This year appears to be one of the toughest for the Middle East and North Africa (MENA) Region as governments are facing major policy challenges. Growth is expected to slow down to an average of 2.3 percent this year, half a percentage point lower than last year. Low oil prices have dampened growth among the oil exporters, especially the GCC countries, which are forecast to grow at only 1.6 percent in 2016. Four of the developing oil exporters—Syria, Iraq, Yemen and Libya—are mired in civil war or violent conflict. MENA’s oil importers, who would normally benefit from low oil prices, are also growing slowly (2.6 percent on average) because of spillovers from wars in neighboring countries or the effects of terrorist attacks on tourism and investor confidence. Recognizing that the rise of violent extremism has contributed to the region’s poor economic performance, the report looks at the underlying determinants of this phenomenon.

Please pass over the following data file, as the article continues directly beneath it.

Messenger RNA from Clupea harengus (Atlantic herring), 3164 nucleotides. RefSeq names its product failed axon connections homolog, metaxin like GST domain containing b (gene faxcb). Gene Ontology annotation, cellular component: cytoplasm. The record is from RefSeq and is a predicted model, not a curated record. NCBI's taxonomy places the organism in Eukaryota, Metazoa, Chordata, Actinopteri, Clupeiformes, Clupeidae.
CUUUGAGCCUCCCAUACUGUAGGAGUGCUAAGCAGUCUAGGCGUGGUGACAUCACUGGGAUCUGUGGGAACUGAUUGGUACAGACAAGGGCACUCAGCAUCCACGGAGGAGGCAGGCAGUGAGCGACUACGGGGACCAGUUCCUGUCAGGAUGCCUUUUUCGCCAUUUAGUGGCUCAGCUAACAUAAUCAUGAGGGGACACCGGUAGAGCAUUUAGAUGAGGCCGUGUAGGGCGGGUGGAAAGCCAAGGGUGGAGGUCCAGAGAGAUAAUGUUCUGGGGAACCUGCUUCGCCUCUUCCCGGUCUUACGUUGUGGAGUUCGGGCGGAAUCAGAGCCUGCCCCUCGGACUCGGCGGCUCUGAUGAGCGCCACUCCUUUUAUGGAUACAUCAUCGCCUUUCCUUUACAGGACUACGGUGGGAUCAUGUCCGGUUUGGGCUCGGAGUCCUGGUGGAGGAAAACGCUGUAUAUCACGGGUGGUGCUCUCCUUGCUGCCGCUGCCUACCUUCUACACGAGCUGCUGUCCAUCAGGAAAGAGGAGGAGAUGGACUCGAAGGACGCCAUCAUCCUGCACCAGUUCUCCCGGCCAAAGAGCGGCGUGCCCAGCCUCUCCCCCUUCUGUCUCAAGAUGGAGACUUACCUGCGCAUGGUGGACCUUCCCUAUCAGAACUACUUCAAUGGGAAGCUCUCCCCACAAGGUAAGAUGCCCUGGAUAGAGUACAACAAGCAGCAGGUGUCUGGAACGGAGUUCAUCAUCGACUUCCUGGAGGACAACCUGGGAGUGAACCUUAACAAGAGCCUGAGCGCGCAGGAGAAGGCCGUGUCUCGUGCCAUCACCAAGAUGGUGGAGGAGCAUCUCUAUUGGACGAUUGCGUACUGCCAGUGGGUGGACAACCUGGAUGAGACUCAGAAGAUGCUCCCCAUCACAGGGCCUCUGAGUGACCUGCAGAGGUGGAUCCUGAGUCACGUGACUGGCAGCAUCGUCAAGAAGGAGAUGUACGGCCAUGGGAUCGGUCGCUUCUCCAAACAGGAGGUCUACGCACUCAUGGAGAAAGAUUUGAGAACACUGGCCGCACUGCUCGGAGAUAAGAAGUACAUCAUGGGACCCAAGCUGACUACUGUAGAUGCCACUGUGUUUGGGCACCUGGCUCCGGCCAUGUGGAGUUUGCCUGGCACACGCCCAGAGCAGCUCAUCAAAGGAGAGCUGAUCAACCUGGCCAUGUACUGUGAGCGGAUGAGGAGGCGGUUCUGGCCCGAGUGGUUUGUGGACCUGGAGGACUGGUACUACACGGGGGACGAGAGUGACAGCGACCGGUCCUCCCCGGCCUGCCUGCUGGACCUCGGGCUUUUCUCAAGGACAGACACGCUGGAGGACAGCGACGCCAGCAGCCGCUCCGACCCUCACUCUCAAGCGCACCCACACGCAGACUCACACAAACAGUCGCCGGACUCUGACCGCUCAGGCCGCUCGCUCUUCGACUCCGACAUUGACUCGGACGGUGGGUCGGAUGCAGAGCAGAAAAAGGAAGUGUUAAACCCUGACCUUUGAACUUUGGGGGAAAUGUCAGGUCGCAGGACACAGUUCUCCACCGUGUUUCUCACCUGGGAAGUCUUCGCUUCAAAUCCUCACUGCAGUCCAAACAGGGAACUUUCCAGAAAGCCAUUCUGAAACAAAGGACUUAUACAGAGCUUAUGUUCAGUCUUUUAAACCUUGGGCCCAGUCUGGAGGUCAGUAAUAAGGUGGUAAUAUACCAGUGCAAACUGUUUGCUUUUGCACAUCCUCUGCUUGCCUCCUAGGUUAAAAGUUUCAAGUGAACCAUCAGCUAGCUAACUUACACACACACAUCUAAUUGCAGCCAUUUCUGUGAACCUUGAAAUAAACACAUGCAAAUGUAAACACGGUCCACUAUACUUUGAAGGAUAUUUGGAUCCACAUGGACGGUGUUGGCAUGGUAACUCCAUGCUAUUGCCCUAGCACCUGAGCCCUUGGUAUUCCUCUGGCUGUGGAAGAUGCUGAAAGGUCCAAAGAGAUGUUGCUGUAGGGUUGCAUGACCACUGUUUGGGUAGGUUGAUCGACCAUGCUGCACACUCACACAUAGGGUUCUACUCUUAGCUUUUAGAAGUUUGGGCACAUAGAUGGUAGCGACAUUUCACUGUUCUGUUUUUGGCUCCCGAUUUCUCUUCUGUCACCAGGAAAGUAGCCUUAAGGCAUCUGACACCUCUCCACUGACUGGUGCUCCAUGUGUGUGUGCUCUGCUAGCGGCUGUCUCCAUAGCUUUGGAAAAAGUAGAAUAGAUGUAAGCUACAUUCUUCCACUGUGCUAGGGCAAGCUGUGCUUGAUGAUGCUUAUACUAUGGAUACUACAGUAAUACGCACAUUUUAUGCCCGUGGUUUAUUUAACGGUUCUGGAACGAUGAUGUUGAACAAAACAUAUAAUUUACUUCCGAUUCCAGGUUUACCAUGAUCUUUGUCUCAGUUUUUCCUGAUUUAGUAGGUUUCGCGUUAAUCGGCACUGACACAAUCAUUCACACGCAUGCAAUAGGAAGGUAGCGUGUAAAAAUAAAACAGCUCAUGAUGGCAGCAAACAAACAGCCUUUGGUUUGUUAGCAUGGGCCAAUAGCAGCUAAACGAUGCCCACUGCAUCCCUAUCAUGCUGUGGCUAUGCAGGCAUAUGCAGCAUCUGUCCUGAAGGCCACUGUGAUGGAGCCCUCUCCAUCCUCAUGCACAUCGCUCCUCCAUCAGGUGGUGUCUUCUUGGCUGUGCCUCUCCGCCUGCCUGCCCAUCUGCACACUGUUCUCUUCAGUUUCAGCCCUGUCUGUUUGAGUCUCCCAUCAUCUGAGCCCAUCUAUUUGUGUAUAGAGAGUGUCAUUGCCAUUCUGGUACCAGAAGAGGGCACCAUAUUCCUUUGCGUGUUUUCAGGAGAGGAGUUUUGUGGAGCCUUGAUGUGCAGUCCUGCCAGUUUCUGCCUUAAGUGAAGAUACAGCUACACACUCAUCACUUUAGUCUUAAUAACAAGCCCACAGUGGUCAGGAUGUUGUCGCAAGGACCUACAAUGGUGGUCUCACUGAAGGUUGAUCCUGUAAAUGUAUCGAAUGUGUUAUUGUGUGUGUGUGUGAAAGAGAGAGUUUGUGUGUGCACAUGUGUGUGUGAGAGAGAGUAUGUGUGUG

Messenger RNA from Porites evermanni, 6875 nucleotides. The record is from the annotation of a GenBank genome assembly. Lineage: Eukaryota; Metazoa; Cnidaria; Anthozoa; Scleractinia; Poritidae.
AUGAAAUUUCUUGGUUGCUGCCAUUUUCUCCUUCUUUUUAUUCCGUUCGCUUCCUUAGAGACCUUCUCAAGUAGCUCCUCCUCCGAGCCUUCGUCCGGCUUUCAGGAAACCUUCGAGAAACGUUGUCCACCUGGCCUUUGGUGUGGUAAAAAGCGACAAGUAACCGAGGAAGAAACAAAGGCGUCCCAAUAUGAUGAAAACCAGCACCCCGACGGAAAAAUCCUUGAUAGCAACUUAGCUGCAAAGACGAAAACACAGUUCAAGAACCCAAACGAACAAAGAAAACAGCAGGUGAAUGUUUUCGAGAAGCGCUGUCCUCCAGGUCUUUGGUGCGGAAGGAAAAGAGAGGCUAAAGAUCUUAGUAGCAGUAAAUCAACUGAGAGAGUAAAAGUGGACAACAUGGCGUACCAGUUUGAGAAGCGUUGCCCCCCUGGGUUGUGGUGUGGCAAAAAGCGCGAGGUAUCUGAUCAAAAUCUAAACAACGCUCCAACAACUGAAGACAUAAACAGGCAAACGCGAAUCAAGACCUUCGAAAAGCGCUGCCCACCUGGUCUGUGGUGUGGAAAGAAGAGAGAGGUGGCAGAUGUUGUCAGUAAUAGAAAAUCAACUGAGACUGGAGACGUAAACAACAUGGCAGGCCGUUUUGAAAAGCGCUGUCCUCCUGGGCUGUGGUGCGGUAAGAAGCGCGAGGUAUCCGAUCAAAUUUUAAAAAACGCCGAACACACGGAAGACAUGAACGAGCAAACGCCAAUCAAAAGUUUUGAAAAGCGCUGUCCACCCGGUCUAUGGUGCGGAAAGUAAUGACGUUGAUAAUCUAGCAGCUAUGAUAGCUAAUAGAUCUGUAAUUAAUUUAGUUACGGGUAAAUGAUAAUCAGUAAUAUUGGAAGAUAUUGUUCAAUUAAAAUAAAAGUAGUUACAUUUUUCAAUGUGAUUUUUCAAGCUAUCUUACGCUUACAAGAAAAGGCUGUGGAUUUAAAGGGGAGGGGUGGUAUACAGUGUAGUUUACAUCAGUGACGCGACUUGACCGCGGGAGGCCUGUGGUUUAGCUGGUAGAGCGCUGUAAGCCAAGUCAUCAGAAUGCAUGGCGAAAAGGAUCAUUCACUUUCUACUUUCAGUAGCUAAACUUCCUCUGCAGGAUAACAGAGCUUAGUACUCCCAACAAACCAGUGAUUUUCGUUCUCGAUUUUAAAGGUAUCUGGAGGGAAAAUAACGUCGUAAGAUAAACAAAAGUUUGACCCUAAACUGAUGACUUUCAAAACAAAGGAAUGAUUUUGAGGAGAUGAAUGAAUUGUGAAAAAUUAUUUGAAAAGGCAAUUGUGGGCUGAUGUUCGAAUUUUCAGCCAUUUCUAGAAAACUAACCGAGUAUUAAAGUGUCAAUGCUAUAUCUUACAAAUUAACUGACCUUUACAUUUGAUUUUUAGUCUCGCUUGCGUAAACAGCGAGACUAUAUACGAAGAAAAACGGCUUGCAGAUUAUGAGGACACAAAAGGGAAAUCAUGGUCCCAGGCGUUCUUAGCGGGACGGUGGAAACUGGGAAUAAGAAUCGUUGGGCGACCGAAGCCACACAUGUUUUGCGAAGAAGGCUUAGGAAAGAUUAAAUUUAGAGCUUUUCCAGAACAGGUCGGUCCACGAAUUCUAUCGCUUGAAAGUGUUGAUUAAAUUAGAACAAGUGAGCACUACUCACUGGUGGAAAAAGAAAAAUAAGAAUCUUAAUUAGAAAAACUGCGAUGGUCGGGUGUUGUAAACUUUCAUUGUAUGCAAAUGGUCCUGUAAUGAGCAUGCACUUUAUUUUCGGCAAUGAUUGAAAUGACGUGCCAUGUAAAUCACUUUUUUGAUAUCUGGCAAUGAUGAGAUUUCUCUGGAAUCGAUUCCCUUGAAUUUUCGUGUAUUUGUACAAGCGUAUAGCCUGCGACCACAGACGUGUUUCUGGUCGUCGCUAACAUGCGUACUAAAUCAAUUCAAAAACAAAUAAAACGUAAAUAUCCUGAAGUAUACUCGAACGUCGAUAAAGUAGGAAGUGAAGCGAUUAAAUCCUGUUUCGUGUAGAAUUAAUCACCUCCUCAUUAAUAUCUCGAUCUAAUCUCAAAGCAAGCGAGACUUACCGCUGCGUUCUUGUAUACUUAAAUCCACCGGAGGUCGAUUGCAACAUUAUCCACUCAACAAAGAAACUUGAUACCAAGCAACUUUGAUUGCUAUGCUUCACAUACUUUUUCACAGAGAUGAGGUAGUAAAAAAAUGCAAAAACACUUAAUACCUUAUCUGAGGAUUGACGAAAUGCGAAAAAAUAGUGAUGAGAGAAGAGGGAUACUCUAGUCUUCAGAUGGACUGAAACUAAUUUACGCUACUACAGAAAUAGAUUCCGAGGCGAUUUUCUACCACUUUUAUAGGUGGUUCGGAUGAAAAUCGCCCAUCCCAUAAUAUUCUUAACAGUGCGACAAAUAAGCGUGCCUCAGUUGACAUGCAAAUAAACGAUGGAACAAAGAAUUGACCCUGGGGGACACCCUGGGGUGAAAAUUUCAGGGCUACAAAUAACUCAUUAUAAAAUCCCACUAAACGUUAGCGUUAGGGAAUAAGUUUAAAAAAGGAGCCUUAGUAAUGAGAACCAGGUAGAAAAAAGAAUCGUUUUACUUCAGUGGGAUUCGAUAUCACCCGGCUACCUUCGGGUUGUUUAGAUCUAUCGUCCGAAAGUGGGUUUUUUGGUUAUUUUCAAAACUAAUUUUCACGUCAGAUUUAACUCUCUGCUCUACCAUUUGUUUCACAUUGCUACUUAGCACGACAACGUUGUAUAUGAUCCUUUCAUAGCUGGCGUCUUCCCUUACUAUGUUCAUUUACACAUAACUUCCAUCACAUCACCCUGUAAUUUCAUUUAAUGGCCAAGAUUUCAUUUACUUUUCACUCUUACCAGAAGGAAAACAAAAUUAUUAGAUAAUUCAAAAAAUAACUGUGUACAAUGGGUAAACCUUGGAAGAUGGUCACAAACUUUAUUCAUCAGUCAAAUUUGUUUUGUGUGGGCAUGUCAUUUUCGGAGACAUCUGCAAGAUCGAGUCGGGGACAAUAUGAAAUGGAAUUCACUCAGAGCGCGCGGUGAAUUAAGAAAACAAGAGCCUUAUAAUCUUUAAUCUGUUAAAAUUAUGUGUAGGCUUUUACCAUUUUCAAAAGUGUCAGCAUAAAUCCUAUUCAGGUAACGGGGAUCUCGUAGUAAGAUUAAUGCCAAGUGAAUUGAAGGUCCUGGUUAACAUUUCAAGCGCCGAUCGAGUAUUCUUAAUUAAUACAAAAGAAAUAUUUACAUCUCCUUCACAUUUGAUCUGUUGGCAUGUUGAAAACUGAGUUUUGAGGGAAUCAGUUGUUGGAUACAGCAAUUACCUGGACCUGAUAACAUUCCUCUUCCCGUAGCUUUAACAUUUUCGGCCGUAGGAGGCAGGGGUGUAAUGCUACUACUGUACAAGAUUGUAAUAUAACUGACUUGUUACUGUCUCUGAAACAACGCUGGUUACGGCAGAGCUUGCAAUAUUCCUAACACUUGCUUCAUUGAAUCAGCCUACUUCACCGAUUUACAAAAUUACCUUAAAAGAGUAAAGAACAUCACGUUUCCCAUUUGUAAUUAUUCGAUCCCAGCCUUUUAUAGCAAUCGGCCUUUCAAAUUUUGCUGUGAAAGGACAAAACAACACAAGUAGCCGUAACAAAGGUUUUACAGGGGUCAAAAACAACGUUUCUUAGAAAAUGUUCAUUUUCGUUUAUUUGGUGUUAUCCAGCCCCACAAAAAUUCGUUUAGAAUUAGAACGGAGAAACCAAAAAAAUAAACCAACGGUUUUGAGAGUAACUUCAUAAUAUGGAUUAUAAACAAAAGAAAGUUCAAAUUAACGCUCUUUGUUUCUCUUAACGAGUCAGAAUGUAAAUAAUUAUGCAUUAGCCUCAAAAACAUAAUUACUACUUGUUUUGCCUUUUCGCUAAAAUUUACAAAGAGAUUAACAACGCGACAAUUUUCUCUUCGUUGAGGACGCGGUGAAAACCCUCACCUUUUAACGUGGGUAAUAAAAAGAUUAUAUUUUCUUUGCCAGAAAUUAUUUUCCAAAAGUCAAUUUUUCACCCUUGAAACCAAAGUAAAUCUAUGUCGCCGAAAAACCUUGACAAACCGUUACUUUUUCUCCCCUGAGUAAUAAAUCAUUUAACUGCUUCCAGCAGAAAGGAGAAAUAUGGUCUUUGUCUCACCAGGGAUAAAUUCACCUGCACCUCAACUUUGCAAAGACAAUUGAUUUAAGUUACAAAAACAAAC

Economic and social inclusion to prevent violent extremism
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Office of the Chief Economist (MNACE),DECRG: Poverty & Inequality (DECPI),DECRG: Human Development (DECHD)
Official version of document (may contain signatures, etc)
Devarajan,Shantayanan Mottaghi,Lili Do,Quy-Toan Brockmeyer,Anne Joubert,Clement Jean Edouard Bhatia,Kartika Abdel Jelil,Mohamed Shaban,Radwan Ali Chaal-Dabi,Isabelle Lenoble,Nathalie
Economic and social inclusion to prevent violent extremism (Arabic). Middle East and North Africa (MENA) Economic Monitor Washington, D.C. : World Bank Group. http://documents.worldbank.org/curated/en/582871475669923685/Economic-and-social-inclusion-to-prevent-violent-extremism